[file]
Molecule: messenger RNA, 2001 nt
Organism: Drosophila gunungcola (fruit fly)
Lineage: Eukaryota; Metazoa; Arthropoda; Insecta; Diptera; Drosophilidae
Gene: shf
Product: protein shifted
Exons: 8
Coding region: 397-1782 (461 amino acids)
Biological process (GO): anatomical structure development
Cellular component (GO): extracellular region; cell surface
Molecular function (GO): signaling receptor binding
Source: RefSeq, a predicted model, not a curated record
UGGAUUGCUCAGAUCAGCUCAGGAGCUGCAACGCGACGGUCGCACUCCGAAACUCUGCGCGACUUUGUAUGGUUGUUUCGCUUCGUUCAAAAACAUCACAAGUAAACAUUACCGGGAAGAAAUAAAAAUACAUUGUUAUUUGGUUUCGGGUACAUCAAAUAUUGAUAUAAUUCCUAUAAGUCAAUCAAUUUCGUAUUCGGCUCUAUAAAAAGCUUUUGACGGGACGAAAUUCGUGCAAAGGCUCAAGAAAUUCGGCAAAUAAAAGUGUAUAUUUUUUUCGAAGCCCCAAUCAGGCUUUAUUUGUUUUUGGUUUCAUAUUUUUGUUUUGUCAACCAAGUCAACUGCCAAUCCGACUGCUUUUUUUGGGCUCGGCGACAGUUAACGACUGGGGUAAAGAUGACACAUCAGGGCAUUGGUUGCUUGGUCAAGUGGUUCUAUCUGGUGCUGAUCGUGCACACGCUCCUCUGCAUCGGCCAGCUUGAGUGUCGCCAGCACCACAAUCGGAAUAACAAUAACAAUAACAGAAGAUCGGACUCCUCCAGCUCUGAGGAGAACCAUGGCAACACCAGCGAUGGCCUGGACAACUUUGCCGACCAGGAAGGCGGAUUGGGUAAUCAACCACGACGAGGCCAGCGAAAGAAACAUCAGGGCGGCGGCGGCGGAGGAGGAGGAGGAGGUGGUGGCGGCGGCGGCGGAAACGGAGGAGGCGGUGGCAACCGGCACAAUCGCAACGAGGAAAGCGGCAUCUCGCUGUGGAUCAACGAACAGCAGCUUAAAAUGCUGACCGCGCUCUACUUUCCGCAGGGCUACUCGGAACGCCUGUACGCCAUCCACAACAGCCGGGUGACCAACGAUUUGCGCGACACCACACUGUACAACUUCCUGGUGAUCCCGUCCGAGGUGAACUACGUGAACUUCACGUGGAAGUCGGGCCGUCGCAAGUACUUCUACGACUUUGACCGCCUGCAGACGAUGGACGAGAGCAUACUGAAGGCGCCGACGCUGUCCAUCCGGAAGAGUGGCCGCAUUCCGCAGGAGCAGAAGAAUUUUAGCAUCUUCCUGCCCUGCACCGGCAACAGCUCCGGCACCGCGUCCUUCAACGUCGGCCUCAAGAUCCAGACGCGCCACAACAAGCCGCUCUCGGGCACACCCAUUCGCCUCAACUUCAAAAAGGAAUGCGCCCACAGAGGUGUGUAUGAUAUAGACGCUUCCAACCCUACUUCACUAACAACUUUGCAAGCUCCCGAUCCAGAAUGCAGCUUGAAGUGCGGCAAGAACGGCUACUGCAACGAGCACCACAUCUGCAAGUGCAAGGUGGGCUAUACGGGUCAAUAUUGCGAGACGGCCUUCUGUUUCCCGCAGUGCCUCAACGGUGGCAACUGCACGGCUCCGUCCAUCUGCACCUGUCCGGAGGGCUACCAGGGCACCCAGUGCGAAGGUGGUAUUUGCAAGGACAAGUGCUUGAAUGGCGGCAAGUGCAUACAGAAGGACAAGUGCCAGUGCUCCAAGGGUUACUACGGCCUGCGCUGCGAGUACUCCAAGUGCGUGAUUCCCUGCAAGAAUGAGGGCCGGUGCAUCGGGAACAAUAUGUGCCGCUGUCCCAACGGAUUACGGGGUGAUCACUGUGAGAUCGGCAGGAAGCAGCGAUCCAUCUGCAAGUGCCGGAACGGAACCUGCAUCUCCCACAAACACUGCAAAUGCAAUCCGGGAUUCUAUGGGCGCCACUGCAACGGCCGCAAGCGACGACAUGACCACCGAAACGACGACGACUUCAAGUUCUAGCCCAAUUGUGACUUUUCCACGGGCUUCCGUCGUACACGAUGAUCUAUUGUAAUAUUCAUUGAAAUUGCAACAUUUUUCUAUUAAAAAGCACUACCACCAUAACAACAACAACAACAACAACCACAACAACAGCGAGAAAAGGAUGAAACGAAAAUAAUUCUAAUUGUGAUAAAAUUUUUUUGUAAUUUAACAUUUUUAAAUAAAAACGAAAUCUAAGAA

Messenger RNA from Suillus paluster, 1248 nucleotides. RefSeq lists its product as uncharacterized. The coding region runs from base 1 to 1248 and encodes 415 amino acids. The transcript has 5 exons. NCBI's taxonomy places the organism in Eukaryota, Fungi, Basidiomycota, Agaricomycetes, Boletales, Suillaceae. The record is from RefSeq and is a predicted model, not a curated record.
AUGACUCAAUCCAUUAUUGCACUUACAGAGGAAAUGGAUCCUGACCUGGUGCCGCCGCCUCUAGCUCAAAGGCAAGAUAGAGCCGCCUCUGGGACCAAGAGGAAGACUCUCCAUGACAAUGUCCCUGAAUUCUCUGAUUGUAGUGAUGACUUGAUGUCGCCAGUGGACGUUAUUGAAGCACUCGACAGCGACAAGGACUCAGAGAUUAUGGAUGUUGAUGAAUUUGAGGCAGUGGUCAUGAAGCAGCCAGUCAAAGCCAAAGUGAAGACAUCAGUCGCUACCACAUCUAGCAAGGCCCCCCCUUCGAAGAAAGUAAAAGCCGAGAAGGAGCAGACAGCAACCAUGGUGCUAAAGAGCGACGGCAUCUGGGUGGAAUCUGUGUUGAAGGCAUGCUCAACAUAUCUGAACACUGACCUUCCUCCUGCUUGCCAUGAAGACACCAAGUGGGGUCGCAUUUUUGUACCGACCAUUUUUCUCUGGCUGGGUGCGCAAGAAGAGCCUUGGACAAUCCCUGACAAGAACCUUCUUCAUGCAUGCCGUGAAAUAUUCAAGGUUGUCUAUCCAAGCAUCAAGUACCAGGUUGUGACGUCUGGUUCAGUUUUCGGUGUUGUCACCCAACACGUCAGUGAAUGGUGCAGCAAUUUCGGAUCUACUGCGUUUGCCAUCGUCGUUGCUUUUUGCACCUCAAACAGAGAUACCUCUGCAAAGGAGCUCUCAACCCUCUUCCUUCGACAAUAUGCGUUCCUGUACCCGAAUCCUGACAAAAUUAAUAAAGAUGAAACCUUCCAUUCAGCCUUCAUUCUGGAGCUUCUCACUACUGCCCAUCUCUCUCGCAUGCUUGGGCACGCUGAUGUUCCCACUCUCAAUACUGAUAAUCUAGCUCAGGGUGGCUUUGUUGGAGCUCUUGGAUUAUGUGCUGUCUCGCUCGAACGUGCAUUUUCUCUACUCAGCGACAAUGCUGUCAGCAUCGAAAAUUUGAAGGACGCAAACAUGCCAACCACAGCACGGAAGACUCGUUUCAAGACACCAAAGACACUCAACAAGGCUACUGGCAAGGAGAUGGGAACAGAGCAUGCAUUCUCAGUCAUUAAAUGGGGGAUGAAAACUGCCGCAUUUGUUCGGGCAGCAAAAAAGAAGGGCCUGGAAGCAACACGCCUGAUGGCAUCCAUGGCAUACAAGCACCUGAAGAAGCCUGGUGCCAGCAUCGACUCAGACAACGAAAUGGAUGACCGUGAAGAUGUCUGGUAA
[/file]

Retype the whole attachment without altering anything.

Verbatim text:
Molecule: messenger RNA, 2001 nt
Organism: Drosophila gunungcola (fruit fly)
Lineage: Eukaryota; Metazoa; Arthropoda; Insecta; Diptera; Drosophilidae
Gene: shf
Product: protein shifted
Exons: 8
Coding region: 397-1782 (461 amino acids)
Biological process (GO): anatomical structure development
Cellular component (GO): extracellular region; cell surface
Molecular function (GO): signaling receptor binding
Source: RefSeq, a predicted model, not a curated record
UGGAUUGCUCAGAUCAGCUCAGGAGCUGCAACGCGACGGUCGCACUCCGAAACUCUGCGCGACUUUGUAUGGUUGUUUCGCUUCGUUCAAAAACAUCACAAGUAAACAUUACCGGGAAGAAAUAAAAAUACAUUGUUAUUUGGUUUCGGGUACAUCAAAUAUUGAUAUAAUUCCUAUAAGUCAAUCAAUUUCGUAUUCGGCUCUAUAAAAAGCUUUUGACGGGACGAAAUUCGUGCAAAGGCUCAAGAAAUUCGGCAAAUAAAAGUGUAUAUUUUUUUCGAAGCCCCAAUCAGGCUUUAUUUGUUUUUGGUUUCAUAUUUUUGUUUUGUCAACCAAGUCAACUGCCAAUCCGACUGCUUUUUUUGGGCUCGGCGACAGUUAACGACUGGGGUAAAGAUGACACAUCAGGGCAUUGGUUGCUUGGUCAAGUGGUUCUAUCUGGUGCUGAUCGUGCACACGCUCCUCUGCAUCGGCCAGCUUGAGUGUCGCCAGCACCACAAUCGGAAUAACAAUAACAAUAACAGAAGAUCGGACUCCUCCAGCUCUGAGGAGAACCAUGGCAACACCAGCGAUGGCCUGGACAACUUUGCCGACCAGGAAGGCGGAUUGGGUAAUCAACCACGACGAGGCCAGCGAAAGAAACAUCAGGGCGGCGGCGGCGGAGGAGGAGGAGGAGGUGGUGGCGGCGGCGGCGGAAACGGAGGAGGCGGUGGCAACCGGCACAAUCGCAACGAGGAAAGCGGCAUCUCGCUGUGGAUCAACGAACAGCAGCUUAAAAUGCUGACCGCGCUCUACUUUCCGCAGGGCUACUCGGAACGCCUGUACGCCAUCCACAACAGCCGGGUGACCAACGAUUUGCGCGACACCACACUGUACAACUUCCUGGUGAUCCCGUCCGAGGUGAACUACGUGAACUUCACGUGGAAGUCGGGCCGUCGCAAGUACUUCUACGACUUUGACCGCCUGCAGACGAUGGACGAGAGCAUACUGAAGGCGCCGACGCUGUCCAUCCGGAAGAGUGGCCGCAUUCCGCAGGAGCAGAAGAAUUUUAGCAUCUUCCUGCCCUGCACCGGCAACAGCUCCGGCACCGCGUCCUUCAACGUCGGCCUCAAGAUCCAGACGCGCCACAACAAGCCGCUCUCGGGCACACCCAUUCGCCUCAACUUCAAAAAGGAAUGCGCCCACAGAGGUGUGUAUGAUAUAGACGCUUCCAACCCUACUUCACUAACAACUUUGCAAGCUCCCGAUCCAGAAUGCAGCUUGAAGUGCGGCAAGAACGGCUACUGCAACGAGCACCACAUCUGCAAGUGCAAGGUGGGCUAUACGGGUCAAUAUUGCGAGACGGCCUUCUGUUUCCCGCAGUGCCUCAACGGUGGCAACUGCACGGCUCCGUCCAUCUGCACCUGUCCGGAGGGCUACCAGGGCACCCAGUGCGAAGGUGGUAUUUGCAAGGACAAGUGCUUGAAUGGCGGCAAGUGCAUACAGAAGGACAAGUGCCAGUGCUCCAAGGGUUACUACGGCCUGCGCUGCGAGUACUCCAAGUGCGUGAUUCCCUGCAAGAAUGAGGGCCGGUGCAUCGGGAACAAUAUGUGCCGCUGUCCCAACGGAUUACGGGGUGAUCACUGUGAGAUCGGCAGGAAGCAGCGAUCCAUCUGCAAGUGCCGGAACGGAACCUGCAUCUCCCACAAACACUGCAAAUGCAAUCCGGGAUUCUAUGGGCGCCACUGCAACGGCCGCAAGCGACGACAUGACCACCGAAACGACGACGACUUCAAGUUCUAGCCCAAUUGUGACUUUUCCACGGGCUUCCGUCGUACACGAUGAUCUAUUGUAAUAUUCAUUGAAAUUGCAACAUUUUUCUAUUAAAAAGCACUACCACCAUAACAACAACAACAACAACAACCACAACAACAGCGAGAAAAGGAUGAAACGAAAAUAAUUCUAAUUGUGAUAAAAUUUUUUUGUAAUUUAACAUUUUUAAAUAAAAACGAAAUCUAAGAA

Messenger RNA from Suillus paluster, 1248 nucleotides. RefSeq lists its product as uncharacterized. The coding region runs from base 1 to 1248 and encodes 415 amino acids. The transcript has 5 exons. NCBI's taxonomy places the organism in Eukaryota, Fungi, Basidiomycota, Agaricomycetes, Boletales, Suillaceae. The record is from RefSeq and is a predicted model, not a curated record.
AUGACUCAAUCCAUUAUUGCACUUACAGAGGAAAUGGAUCCUGACCUGGUGCCGCCGCCUCUAGCUCAAAGGCAAGAUAGAGCCGCCUCUGGGACCAAGAGGAAGACUCUCCAUGACAAUGUCCCUGAAUUCUCUGAUUGUAGUGAUGACUUGAUGUCGCCAGUGGACGUUAUUGAAGCACUCGACAGCGACAAGGACUCAGAGAUUAUGGAUGUUGAUGAAUUUGAGGCAGUGGUCAUGAAGCAGCCAGUCAAAGCCAAAGUGAAGACAUCAGUCGCUACCACAUCUAGCAAGGCCCCCCCUUCGAAGAAAGUAAAAGCCGAGAAGGAGCAGACAGCAACCAUGGUGCUAAAGAGCGACGGCAUCUGGGUGGAAUCUGUGUUGAAGGCAUGCUCAACAUAUCUGAACACUGACCUUCCUCCUGCUUGCCAUGAAGACACCAAGUGGGGUCGCAUUUUUGUACCGACCAUUUUUCUCUGGCUGGGUGCGCAAGAAGAGCCUUGGACAAUCCCUGACAAGAACCUUCUUCAUGCAUGCCGUGAAAUAUUCAAGGUUGUCUAUCCAAGCAUCAAGUACCAGGUUGUGACGUCUGGUUCAGUUUUCGGUGUUGUCACCCAACACGUCAGUGAAUGGUGCAGCAAUUUCGGAUCUACUGCGUUUGCCAUCGUCGUUGCUUUUUGCACCUCAAACAGAGAUACCUCUGCAAAGGAGCUCUCAACCCUCUUCCUUCGACAAUAUGCGUUCCUGUACCCGAAUCCUGACAAAAUUAAUAAAGAUGAAACCUUCCAUUCAGCCUUCAUUCUGGAGCUUCUCACUACUGCCCAUCUCUCUCGCAUGCUUGGGCACGCUGAUGUUCCCACUCUCAAUACUGAUAAUCUAGCUCAGGGUGGCUUUGUUGGAGCUCUUGGAUUAUGUGCUGUCUCGCUCGAACGUGCAUUUUCUCUACUCAGCGACAAUGCUGUCAGCAUCGAAAAUUUGAAGGACGCAAACAUGCCAACCACAGCACGGAAGACUCGUUUCAAGACACCAAAGACACUCAACAAGGCUACUGGCAAGGAGAUGGGAACAGAGCAUGCAUUCUCAGUCAUUAAAUGGGGGAUGAAAACUGCCGCAUUUGUUCGGGCAGCAAAAAAGAAGGGCCUGGAAGCAACACGCCUGAUGGCAUCCAUGGCAUACAAGCACCUGAAGAAGCCUGGUGCCAGCAUCGACUCAGACAACGAAAUGGAUGACCGUGAAGAUGUCUGGUAA